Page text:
General retailers were down over the week while their food counterparts were up - both underperformed a flattish market.

Despite ongoing jitters about trading prospects, particularly in the new year, broker Altium initiated coverage with a bullish sector note. Analyst Philip Dorgan, who has just joined Altium, said food and general retailers alike are undervalued.

Generalists’ share prices discount potential bad news, but do not reflect “the potential for margin recovery in the medium term and self-help opportunities to provide support in the short term”.

In food, he said, “we see a more stable environment and relatively predictable growth from the core UK market, both of which should help valuations”.

His “key buys” among small and mid-cap groups include Dixons Retail, Ted Baker and Topps Tiles. On his sell list are HMV, JJB Sports and Ocado. His big cap buys are Marks & Spencer and Tesco.

Next’s third-quarter sales growth of 2.2% came in at the top end of guidance, but the retailer warned that rising cotton price would mean an increase in selling prices at the high end of expectations of between 5% and 8% in the first quarter of next year.

Broker Singer described the update as “not quite as good as hoped” and noted: “With tougher comps to come, sales will probably fade down the guided second half range over the course of the final quarter”. Arden has a price target of £24.50 and observed: “Despite the fashionable concern about clothing price inflation next year we run with our add view, given the very modest rating.”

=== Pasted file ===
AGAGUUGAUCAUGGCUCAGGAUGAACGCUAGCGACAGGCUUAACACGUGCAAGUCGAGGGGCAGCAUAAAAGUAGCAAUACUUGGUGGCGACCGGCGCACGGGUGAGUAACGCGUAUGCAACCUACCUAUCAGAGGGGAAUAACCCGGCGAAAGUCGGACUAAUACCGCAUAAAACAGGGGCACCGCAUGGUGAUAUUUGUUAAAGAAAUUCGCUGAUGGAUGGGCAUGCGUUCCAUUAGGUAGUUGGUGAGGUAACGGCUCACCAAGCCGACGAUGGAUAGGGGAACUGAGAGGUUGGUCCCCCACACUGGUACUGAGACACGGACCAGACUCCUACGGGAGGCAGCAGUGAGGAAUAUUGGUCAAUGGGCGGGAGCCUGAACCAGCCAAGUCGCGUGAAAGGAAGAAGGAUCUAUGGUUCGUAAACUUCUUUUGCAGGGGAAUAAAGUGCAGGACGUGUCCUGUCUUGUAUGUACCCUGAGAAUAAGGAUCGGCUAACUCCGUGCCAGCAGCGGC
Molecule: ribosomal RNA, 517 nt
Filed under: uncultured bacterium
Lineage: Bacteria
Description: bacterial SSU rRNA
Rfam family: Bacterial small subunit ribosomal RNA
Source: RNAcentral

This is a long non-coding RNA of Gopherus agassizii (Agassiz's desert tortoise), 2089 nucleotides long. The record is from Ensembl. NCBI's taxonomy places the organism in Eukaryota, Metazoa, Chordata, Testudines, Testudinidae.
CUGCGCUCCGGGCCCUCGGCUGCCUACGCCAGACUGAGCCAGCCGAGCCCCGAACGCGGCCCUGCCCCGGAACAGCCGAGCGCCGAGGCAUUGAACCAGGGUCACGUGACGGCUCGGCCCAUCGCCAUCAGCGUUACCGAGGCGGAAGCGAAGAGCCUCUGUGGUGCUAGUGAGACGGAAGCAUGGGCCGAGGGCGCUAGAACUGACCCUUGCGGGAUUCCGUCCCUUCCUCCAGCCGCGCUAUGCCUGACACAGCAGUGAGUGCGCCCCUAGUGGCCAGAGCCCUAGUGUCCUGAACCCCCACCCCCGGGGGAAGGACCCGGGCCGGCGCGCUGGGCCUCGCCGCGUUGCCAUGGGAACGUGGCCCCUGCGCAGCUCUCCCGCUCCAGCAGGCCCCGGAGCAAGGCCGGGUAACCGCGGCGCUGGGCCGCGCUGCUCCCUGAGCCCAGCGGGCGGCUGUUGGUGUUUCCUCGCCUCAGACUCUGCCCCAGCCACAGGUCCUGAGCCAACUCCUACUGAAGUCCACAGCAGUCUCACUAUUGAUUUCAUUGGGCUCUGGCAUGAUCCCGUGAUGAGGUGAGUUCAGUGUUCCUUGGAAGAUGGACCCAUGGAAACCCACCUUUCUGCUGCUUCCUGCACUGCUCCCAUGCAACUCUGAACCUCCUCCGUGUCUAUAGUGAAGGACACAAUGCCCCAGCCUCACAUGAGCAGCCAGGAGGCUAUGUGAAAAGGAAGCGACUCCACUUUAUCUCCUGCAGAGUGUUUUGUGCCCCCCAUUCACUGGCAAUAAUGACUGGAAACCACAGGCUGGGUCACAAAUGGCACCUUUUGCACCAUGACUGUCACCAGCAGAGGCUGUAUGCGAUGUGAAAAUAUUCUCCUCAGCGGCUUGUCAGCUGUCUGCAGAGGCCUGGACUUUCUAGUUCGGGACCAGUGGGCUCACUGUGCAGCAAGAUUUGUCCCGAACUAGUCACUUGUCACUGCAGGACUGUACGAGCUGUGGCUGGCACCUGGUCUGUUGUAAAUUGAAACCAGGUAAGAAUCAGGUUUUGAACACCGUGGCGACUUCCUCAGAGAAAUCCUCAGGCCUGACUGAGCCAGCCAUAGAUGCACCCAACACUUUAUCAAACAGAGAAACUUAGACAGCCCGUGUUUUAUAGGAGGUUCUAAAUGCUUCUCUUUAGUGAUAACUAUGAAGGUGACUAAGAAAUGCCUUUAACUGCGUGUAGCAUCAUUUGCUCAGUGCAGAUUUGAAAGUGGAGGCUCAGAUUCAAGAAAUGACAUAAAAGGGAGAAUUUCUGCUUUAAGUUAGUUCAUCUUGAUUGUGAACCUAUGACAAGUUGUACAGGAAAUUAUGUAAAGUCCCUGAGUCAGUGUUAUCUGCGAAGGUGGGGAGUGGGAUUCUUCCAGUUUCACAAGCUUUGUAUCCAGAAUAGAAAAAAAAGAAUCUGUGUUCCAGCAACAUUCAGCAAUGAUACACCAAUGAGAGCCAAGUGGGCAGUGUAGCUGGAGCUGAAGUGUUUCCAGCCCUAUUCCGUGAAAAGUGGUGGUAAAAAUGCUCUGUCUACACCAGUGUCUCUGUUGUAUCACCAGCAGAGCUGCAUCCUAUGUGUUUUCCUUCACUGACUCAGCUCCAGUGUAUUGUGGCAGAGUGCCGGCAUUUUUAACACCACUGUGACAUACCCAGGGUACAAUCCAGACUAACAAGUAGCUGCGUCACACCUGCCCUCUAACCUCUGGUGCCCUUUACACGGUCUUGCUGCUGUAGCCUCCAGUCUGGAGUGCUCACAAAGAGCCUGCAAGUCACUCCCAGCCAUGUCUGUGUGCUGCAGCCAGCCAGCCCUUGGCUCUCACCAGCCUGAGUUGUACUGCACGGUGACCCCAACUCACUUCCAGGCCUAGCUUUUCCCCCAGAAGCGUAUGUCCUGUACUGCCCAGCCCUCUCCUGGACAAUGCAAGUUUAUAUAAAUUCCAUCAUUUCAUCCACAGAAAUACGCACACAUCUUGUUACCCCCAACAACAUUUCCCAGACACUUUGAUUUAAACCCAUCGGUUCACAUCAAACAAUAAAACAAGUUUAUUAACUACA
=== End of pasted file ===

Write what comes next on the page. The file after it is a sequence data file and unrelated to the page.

M&S was popular among some brokers ahead of next week’s interims. Seymour Pierce raised its price target from 420p to 450p and expects first-half profits of £348m. The broker expects full-year consensus to move up after the results and said there is “real momentum” in general merchandise while market share in food is on the up.

Panmure Gordon rates M&S a hold and said: “The chief executive of six months, Marc Bolland, is due to outline his strategy but, in the absence of clarity on his plans, we prefer to recommend buying Next shares since we think that they offer more visibility.”

House broker Investec welcomed the appointment of Jonathan Hart as Thorntons chief executive.

Hart joins from Caffè Nero, where he was managing director. The broker said Hart “has the strong retail background and skills set sought by Thorntons. We would expect the shares to react positively to this appointment”.

Among the big updates next week are Sainsbury’s interims, and the British Retail Consortium’s monthly sales data will give a reading of the retail sector’s health.